A German research team has come up with an ingenious way to clean polluted water: tiny self-propelled ‘micromotors’. These structures – nano-sized cores of platinum surround by iron – could be used to clean organic pollutants from industrial wastewaters that are resistant to conventional biological or chemical treatments, as well as from pipes and other hard to reach places.
The team carried out their research at the Institute for Integrative Nanosciences in Dresden. They found that when the micromotors were released into polluted water containing hydrogen peroxide, the platinum inside them converted the hydrogen peroxide into oxygen bubbles. This acts as a propulsion system, while the iron within the device creates hydroxyl radicals that oxidize pollutants in the water, in effect cleaning it.
The self-propelling nature of the micromotors suggests they could also be used to clean larger bodies of water than previous solutions. They leave behind a concentration of iron that is three times lower than that left by the traditional ‘Fenton’ process for cleaning pollutants from wastewater – no small advantage, given that this iron must be removed in order to meet drinking water regulations.
There are drawbacks to the solution, however, as team member Samuel Sanchez from Stuttgart’s Max Planck Institute explains: “The lifetime of the micromotors is limited by the amount of the external iron layer remaining and the amount of hydrogen peroxide in the solution. Also, there could be poisoning of the platinum layer due to the presence of compounds in the wastewater that can bond chemically to the active surface of the catalyst. Or a high viscosity of the treated wastewater could hamper the motion of the micromotors.”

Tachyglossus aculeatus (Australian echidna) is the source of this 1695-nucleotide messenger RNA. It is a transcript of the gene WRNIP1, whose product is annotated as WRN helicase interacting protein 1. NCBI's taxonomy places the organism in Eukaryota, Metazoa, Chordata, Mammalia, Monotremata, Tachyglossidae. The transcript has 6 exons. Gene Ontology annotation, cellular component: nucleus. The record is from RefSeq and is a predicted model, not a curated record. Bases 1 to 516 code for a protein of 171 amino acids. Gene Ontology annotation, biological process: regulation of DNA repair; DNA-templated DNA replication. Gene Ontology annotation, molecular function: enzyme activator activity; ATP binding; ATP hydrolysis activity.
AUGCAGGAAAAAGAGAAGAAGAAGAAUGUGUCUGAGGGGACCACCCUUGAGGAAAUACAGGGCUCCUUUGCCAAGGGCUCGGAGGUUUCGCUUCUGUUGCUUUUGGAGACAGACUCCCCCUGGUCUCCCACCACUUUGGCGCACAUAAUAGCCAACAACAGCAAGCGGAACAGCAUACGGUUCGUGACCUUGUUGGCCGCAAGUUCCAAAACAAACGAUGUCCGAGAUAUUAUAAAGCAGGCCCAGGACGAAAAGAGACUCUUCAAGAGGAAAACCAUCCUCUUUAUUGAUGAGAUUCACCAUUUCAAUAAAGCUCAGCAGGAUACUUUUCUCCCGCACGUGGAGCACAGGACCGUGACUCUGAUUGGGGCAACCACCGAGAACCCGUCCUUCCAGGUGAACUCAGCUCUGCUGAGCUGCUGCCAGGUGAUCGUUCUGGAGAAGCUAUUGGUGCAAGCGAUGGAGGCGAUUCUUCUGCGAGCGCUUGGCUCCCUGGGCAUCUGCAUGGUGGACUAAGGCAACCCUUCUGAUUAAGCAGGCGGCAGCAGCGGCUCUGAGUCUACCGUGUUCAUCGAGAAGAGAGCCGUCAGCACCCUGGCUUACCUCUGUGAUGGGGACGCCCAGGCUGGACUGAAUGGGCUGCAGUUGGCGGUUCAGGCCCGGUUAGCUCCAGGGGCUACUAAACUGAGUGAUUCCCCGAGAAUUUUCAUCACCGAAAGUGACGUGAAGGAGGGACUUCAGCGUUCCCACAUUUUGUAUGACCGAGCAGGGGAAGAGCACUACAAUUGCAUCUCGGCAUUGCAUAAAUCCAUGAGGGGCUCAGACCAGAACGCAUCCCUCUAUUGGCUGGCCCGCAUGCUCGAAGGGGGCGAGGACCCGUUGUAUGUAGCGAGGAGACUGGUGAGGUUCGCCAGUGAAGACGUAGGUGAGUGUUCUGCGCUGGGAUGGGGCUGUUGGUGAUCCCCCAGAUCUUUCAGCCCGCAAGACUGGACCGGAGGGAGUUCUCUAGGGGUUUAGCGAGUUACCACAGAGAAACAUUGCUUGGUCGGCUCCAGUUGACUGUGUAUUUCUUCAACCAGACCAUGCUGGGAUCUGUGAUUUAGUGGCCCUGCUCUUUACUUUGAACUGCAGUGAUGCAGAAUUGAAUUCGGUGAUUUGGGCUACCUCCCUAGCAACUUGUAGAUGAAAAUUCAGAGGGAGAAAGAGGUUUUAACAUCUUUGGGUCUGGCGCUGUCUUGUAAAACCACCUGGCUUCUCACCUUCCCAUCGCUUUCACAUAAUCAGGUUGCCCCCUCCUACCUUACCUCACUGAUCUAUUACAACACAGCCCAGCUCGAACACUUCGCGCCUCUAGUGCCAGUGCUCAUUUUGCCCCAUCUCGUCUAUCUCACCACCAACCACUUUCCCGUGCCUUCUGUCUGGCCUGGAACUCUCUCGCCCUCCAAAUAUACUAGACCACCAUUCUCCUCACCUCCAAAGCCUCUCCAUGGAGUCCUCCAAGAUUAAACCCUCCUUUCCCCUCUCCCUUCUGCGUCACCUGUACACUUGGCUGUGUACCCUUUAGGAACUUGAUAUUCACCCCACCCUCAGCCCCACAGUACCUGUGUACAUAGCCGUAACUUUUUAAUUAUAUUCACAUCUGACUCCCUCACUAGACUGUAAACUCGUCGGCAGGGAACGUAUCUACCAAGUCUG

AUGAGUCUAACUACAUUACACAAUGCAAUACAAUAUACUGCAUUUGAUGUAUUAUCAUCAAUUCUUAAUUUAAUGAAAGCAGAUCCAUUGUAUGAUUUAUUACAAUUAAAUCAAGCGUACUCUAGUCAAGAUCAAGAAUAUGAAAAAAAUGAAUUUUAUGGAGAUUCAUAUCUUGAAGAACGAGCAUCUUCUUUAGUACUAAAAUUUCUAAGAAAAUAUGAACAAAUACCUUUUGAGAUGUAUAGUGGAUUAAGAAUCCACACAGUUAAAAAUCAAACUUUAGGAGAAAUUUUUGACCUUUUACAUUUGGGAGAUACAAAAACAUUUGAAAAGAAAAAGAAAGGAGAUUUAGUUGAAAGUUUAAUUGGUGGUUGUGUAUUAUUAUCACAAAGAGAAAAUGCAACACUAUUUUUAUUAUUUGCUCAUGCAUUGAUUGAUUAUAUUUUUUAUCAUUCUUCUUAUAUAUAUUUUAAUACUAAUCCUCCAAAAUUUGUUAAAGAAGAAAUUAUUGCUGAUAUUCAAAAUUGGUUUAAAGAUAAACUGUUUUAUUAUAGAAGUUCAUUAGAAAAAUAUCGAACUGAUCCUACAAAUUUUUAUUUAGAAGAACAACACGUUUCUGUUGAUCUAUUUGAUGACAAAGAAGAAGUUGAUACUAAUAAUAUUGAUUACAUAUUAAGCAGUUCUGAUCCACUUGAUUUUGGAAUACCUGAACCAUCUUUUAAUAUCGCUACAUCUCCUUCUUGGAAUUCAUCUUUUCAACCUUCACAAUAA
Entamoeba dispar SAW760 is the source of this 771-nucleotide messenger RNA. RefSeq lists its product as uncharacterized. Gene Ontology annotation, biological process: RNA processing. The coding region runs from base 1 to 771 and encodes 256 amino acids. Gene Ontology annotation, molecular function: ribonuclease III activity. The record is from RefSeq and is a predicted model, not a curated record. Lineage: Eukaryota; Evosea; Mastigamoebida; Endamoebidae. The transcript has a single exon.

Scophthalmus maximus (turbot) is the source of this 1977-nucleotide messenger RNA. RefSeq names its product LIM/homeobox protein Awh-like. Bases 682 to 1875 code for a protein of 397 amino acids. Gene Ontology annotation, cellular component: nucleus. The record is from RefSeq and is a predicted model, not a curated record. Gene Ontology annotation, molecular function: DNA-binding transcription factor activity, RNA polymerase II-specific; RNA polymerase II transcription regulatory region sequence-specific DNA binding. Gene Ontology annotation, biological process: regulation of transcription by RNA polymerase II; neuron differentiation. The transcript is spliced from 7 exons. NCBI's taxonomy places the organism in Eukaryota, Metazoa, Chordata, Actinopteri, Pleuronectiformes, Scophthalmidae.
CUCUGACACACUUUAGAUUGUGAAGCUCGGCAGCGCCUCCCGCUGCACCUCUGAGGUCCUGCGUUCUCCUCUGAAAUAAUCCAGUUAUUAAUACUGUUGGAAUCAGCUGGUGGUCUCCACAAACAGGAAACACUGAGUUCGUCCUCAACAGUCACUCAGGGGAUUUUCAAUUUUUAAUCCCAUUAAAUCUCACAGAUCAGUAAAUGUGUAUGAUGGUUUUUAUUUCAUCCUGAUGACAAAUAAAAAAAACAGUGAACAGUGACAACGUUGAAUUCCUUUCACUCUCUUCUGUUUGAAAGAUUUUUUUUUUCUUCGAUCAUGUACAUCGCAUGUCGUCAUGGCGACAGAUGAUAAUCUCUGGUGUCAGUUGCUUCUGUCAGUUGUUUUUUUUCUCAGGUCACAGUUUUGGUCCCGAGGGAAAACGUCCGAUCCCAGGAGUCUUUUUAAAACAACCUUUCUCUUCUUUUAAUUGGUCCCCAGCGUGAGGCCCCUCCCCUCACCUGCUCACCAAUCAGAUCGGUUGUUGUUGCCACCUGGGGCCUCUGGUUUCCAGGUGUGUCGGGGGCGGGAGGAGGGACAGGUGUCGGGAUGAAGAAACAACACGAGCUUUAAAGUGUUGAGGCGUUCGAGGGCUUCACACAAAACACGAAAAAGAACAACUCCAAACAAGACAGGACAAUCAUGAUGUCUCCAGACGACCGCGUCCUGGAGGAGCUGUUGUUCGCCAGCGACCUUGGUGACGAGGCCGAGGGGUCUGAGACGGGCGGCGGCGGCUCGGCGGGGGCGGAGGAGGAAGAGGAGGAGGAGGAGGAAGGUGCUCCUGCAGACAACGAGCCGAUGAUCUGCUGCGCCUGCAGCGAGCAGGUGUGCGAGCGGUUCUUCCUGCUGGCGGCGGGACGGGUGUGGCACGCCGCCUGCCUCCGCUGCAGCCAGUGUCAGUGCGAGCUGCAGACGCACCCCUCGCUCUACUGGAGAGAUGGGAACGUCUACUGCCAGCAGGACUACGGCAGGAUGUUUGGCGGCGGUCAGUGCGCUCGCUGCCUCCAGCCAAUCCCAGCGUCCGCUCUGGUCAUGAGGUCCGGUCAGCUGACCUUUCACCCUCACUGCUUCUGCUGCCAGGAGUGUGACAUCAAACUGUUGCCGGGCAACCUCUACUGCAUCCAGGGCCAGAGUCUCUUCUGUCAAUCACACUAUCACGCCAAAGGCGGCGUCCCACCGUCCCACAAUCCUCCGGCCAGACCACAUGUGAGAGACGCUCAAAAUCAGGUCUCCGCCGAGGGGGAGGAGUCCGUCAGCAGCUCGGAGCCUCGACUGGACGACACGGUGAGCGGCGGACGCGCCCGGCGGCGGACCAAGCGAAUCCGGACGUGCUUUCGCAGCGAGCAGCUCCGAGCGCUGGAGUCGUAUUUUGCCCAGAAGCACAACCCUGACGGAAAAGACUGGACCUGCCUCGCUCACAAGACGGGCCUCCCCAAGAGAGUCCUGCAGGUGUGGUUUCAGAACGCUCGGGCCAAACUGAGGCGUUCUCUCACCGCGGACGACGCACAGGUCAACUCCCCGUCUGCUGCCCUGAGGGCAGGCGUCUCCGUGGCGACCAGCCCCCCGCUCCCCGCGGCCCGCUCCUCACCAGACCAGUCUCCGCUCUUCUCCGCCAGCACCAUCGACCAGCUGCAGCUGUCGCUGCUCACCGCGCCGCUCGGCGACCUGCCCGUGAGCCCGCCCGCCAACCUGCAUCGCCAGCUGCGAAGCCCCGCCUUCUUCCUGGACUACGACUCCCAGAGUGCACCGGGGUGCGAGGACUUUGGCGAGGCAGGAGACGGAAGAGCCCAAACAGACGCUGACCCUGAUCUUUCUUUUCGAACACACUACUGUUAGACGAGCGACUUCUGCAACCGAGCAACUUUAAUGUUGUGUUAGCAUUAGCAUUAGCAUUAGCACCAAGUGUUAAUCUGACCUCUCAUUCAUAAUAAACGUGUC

This isn’t the only water pollutant cleansing solution to emerge recently. Last autumn, for example, there were reports that a scientist from the National Taiwan University had developed a technique that used zinc oxide from old CD cases. But the micromotors solution could be more versatile.
Dr David Robbins, an Independent Consultant in Water and Sanitation, belives it has plenty of potential: “They probably wouldn’t be used for municipal sewage treatment”, he says, “but I can certainly see some specific commercial and industrial applications.”
It seems they could even be engineered to address some pre-treatment issues – i.e. targeting a specific chemical in the water. “As the technology develops it will be interesting to see how it is used”, Dr Robbins concludes. – Will Simpson
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